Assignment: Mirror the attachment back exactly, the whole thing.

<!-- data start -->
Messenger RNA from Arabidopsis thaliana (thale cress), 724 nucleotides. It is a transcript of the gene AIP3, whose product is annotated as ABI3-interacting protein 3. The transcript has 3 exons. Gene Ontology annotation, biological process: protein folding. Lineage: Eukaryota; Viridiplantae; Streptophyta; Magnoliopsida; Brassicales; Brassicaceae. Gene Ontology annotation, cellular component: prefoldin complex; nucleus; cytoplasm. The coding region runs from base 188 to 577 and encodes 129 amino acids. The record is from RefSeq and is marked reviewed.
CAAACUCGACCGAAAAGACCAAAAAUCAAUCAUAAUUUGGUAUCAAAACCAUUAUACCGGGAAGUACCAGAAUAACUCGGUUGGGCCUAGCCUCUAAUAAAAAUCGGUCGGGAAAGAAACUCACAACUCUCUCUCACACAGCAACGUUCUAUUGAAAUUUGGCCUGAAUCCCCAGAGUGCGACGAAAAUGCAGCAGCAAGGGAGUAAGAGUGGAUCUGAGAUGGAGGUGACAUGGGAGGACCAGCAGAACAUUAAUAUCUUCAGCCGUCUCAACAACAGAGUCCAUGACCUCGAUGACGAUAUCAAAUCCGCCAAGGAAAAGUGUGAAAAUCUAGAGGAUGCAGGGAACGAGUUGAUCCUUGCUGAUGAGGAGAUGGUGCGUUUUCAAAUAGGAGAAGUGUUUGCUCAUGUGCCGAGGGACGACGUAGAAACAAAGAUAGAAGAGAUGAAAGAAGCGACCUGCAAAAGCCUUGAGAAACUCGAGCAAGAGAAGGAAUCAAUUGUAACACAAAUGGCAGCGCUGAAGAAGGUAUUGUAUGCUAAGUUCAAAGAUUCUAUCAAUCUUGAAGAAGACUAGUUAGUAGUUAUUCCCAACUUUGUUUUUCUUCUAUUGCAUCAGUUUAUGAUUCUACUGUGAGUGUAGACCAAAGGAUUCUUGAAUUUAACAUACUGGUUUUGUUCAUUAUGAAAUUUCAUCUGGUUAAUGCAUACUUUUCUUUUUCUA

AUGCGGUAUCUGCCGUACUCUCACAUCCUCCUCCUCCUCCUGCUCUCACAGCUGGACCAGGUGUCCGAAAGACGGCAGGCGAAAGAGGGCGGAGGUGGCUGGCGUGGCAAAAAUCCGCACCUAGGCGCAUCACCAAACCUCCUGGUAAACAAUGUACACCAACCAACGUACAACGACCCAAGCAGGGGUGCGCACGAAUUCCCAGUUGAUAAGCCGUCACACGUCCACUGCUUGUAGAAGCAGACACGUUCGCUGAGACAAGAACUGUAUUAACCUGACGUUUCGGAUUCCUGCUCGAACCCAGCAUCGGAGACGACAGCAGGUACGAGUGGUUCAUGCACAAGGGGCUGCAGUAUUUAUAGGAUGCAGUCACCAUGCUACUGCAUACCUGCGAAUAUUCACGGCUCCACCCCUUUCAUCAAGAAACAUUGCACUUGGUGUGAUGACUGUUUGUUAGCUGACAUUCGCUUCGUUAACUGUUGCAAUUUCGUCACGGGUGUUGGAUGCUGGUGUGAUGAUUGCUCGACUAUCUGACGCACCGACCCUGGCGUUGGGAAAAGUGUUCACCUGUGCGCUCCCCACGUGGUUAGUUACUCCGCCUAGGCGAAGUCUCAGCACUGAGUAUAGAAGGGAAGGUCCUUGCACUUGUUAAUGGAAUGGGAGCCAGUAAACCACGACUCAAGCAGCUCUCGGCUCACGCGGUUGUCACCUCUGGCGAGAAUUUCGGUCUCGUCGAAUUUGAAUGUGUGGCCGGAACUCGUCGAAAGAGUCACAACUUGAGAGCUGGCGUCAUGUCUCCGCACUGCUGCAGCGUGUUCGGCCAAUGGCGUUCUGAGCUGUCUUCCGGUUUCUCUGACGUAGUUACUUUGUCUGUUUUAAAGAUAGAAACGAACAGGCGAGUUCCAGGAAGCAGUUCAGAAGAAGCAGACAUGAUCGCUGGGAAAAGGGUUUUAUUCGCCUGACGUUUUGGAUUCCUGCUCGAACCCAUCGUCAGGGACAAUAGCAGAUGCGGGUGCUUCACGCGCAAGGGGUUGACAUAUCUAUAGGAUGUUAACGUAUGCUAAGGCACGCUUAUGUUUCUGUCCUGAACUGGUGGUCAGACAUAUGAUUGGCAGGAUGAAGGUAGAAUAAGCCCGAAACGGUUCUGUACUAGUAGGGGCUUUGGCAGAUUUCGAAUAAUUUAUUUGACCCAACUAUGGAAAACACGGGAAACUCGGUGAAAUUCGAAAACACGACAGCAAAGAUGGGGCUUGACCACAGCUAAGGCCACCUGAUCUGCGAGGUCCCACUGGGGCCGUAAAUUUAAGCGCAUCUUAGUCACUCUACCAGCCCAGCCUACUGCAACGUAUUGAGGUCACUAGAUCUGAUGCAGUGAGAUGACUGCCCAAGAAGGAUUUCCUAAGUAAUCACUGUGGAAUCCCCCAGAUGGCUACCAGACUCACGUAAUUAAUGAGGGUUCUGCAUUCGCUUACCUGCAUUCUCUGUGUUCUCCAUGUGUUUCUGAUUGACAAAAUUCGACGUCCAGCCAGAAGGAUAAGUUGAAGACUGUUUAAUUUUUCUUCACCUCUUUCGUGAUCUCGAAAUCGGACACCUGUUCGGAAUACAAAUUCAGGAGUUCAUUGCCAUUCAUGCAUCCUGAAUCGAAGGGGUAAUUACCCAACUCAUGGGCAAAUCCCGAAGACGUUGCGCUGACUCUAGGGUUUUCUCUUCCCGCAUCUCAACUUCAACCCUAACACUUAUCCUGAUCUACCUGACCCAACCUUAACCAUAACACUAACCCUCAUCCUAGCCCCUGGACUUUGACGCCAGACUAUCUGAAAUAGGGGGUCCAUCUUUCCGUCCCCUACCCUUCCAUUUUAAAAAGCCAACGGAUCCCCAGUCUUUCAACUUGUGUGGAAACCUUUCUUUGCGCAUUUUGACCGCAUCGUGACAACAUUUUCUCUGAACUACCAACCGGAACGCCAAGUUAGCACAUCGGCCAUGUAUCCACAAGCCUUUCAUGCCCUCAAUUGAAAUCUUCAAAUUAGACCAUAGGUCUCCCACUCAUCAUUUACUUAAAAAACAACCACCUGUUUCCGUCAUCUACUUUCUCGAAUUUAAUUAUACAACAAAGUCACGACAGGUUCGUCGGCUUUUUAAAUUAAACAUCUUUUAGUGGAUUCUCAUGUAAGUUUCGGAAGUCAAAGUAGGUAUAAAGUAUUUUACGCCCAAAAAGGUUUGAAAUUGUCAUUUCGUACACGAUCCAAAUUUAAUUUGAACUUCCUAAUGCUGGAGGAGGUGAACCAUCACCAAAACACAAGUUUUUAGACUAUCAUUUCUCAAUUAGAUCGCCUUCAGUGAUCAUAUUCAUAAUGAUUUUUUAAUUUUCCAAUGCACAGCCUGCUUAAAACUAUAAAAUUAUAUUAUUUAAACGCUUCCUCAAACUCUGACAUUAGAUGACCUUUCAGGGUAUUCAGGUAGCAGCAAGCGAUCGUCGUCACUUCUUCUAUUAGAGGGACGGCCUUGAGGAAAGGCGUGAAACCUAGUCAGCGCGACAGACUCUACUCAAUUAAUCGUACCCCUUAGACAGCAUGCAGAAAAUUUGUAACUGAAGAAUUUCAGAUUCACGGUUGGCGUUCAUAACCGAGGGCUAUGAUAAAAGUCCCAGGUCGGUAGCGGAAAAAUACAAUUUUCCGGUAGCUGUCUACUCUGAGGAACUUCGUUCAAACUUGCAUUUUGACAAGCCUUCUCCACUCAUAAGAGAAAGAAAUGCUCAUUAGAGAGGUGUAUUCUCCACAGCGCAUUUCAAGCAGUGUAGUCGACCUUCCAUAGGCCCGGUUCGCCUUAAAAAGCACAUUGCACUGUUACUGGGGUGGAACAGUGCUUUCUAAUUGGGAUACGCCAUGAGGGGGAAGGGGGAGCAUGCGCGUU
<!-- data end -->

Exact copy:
Messenger RNA from Arabidopsis thaliana (thale cress), 724 nucleotides. It is a transcript of the gene AIP3, whose product is annotated as ABI3-interacting protein 3. The transcript has 3 exons. Gene Ontology annotation, biological process: protein folding. Lineage: Eukaryota; Viridiplantae; Streptophyta; Magnoliopsida; Brassicales; Brassicaceae. Gene Ontology annotation, cellular component: prefoldin complex; nucleus; cytoplasm. The coding region runs from base 188 to 577 and encodes 129 amino acids. The record is from RefSeq and is marked reviewed.
CAAACUCGACCGAAAAGACCAAAAAUCAAUCAUAAUUUGGUAUCAAAACCAUUAUACCGGGAAGUACCAGAAUAACUCGGUUGGGCCUAGCCUCUAAUAAAAAUCGGUCGGGAAAGAAACUCACAACUCUCUCUCACACAGCAACGUUCUAUUGAAAUUUGGCCUGAAUCCCCAGAGUGCGACGAAAAUGCAGCAGCAAGGGAGUAAGAGUGGAUCUGAGAUGGAGGUGACAUGGGAGGACCAGCAGAACAUUAAUAUCUUCAGCCGUCUCAACAACAGAGUCCAUGACCUCGAUGACGAUAUCAAAUCCGCCAAGGAAAAGUGUGAAAAUCUAGAGGAUGCAGGGAACGAGUUGAUCCUUGCUGAUGAGGAGAUGGUGCGUUUUCAAAUAGGAGAAGUGUUUGCUCAUGUGCCGAGGGACGACGUAGAAACAAAGAUAGAAGAGAUGAAAGAAGCGACCUGCAAAAGCCUUGAGAAACUCGAGCAAGAGAAGGAAUCAAUUGUAACACAAAUGGCAGCGCUGAAGAAGGUAUUGUAUGCUAAGUUCAAAGAUUCUAUCAAUCUUGAAGAAGACUAGUUAGUAGUUAUUCCCAACUUUGUUUUUCUUCUAUUGCAUCAGUUUAUGAUUCUACUGUGAGUGUAGACCAAAGGAUUCUUGAAUUUAACAUACUGGUUUUGUUCAUUAUGAAAUUUCAUCUGGUUAAUGCAUACUUUUCUUUUUCUA

AUGCGGUAUCUGCCGUACUCUCACAUCCUCCUCCUCCUCCUGCUCUCACAGCUGGACCAGGUGUCCGAAAGACGGCAGGCGAAAGAGGGCGGAGGUGGCUGGCGUGGCAAAAAUCCGCACCUAGGCGCAUCACCAAACCUCCUGGUAAACAAUGUACACCAACCAACGUACAACGACCCAAGCAGGGGUGCGCACGAAUUCCCAGUUGAUAAGCCGUCACACGUCCACUGCUUGUAGAAGCAGACACGUUCGCUGAGACAAGAACUGUAUUAACCUGACGUUUCGGAUUCCUGCUCGAACCCAGCAUCGGAGACGACAGCAGGUACGAGUGGUUCAUGCACAAGGGGCUGCAGUAUUUAUAGGAUGCAGUCACCAUGCUACUGCAUACCUGCGAAUAUUCACGGCUCCACCCCUUUCAUCAAGAAACAUUGCACUUGGUGUGAUGACUGUUUGUUAGCUGACAUUCGCUUCGUUAACUGUUGCAAUUUCGUCACGGGUGUUGGAUGCUGGUGUGAUGAUUGCUCGACUAUCUGACGCACCGACCCUGGCGUUGGGAAAAGUGUUCACCUGUGCGCUCCCCACGUGGUUAGUUACUCCGCCUAGGCGAAGUCUCAGCACUGAGUAUAGAAGGGAAGGUCCUUGCACUUGUUAAUGGAAUGGGAGCCAGUAAACCACGACUCAAGCAGCUCUCGGCUCACGCGGUUGUCACCUCUGGCGAGAAUUUCGGUCUCGUCGAAUUUGAAUGUGUGGCCGGAACUCGUCGAAAGAGUCACAACUUGAGAGCUGGCGUCAUGUCUCCGCACUGCUGCAGCGUGUUCGGCCAAUGGCGUUCUGAGCUGUCUUCCGGUUUCUCUGACGUAGUUACUUUGUCUGUUUUAAAGAUAGAAACGAACAGGCGAGUUCCAGGAAGCAGUUCAGAAGAAGCAGACAUGAUCGCUGGGAAAAGGGUUUUAUUCGCCUGACGUUUUGGAUUCCUGCUCGAACCCAUCGUCAGGGACAAUAGCAGAUGCGGGUGCUUCACGCGCAAGGGGUUGACAUAUCUAUAGGAUGUUAACGUAUGCUAAGGCACGCUUAUGUUUCUGUCCUGAACUGGUGGUCAGACAUAUGAUUGGCAGGAUGAAGGUAGAAUAAGCCCGAAACGGUUCUGUACUAGUAGGGGCUUUGGCAGAUUUCGAAUAAUUUAUUUGACCCAACUAUGGAAAACACGGGAAACUCGGUGAAAUUCGAAAACACGACAGCAAAGAUGGGGCUUGACCACAGCUAAGGCCACCUGAUCUGCGAGGUCCCACUGGGGCCGUAAAUUUAAGCGCAUCUUAGUCACUCUACCAGCCCAGCCUACUGCAACGUAUUGAGGUCACUAGAUCUGAUGCAGUGAGAUGACUGCCCAAGAAGGAUUUCCUAAGUAAUCACUGUGGAAUCCCCCAGAUGGCUACCAGACUCACGUAAUUAAUGAGGGUUCUGCAUUCGCUUACCUGCAUUCUCUGUGUUCUCCAUGUGUUUCUGAUUGACAAAAUUCGACGUCCAGCCAGAAGGAUAAGUUGAAGACUGUUUAAUUUUUCUUCACCUCUUUCGUGAUCUCGAAAUCGGACACCUGUUCGGAAUACAAAUUCAGGAGUUCAUUGCCAUUCAUGCAUCCUGAAUCGAAGGGGUAAUUACCCAACUCAUGGGCAAAUCCCGAAGACGUUGCGCUGACUCUAGGGUUUUCUCUUCCCGCAUCUCAACUUCAACCCUAACACUUAUCCUGAUCUACCUGACCCAACCUUAACCAUAACACUAACCCUCAUCCUAGCCCCUGGACUUUGACGCCAGACUAUCUGAAAUAGGGGGUCCAUCUUUCCGUCCCCUACCCUUCCAUUUUAAAAAGCCAACGGAUCCCCAGUCUUUCAACUUGUGUGGAAACCUUUCUUUGCGCAUUUUGACCGCAUCGUGACAACAUUUUCUCUGAACUACCAACCGGAACGCCAAGUUAGCACAUCGGCCAUGUAUCCACAAGCCUUUCAUGCCCUCAAUUGAAAUCUUCAAAUUAGACCAUAGGUCUCCCACUCAUCAUUUACUUAAAAAACAACCACCUGUUUCCGUCAUCUACUUUCUCGAAUUUAAUUAUACAACAAAGUCACGACAGGUUCGUCGGCUUUUUAAAUUAAACAUCUUUUAGUGGAUUCUCAUGUAAGUUUCGGAAGUCAAAGUAGGUAUAAAGUAUUUUACGCCCAAAAAGGUUUGAAAUUGUCAUUUCGUACACGAUCCAAAUUUAAUUUGAACUUCCUAAUGCUGGAGGAGGUGAACCAUCACCAAAACACAAGUUUUUAGACUAUCAUUUCUCAAUUAGAUCGCCUUCAGUGAUCAUAUUCAUAAUGAUUUUUUAAUUUUCCAAUGCACAGCCUGCUUAAAACUAUAAAAUUAUAUUAUUUAAACGCUUCCUCAAACUCUGACAUUAGAUGACCUUUCAGGGUAUUCAGGUAGCAGCAAGCGAUCGUCGUCACUUCUUCUAUUAGAGGGACGGCCUUGAGGAAAGGCGUGAAACCUAGUCAGCGCGACAGACUCUACUCAAUUAAUCGUACCCCUUAGACAGCAUGCAGAAAAUUUGUAACUGAAGAAUUUCAGAUUCACGGUUGGCGUUCAUAACCGAGGGCUAUGAUAAAAGUCCCAGGUCGGUAGCGGAAAAAUACAAUUUUCCGGUAGCUGUCUACUCUGAGGAACUUCGUUCAAACUUGCAUUUUGACAAGCCUUCUCCACUCAUAAGAGAAAGAAAUGCUCAUUAGAGAGGUGUAUUCUCCACAGCGCAUUUCAAGCAGUGUAGUCGACCUUCCAUAGGCCCGGUUCGCCUUAAAAAGCACAUUGCACUGUUACUGGGGUGGAACAGUGCUUUCUAAUUGGGAUACGCCAUGAGGGGGAAGGGGGAGCAUGCGCGUU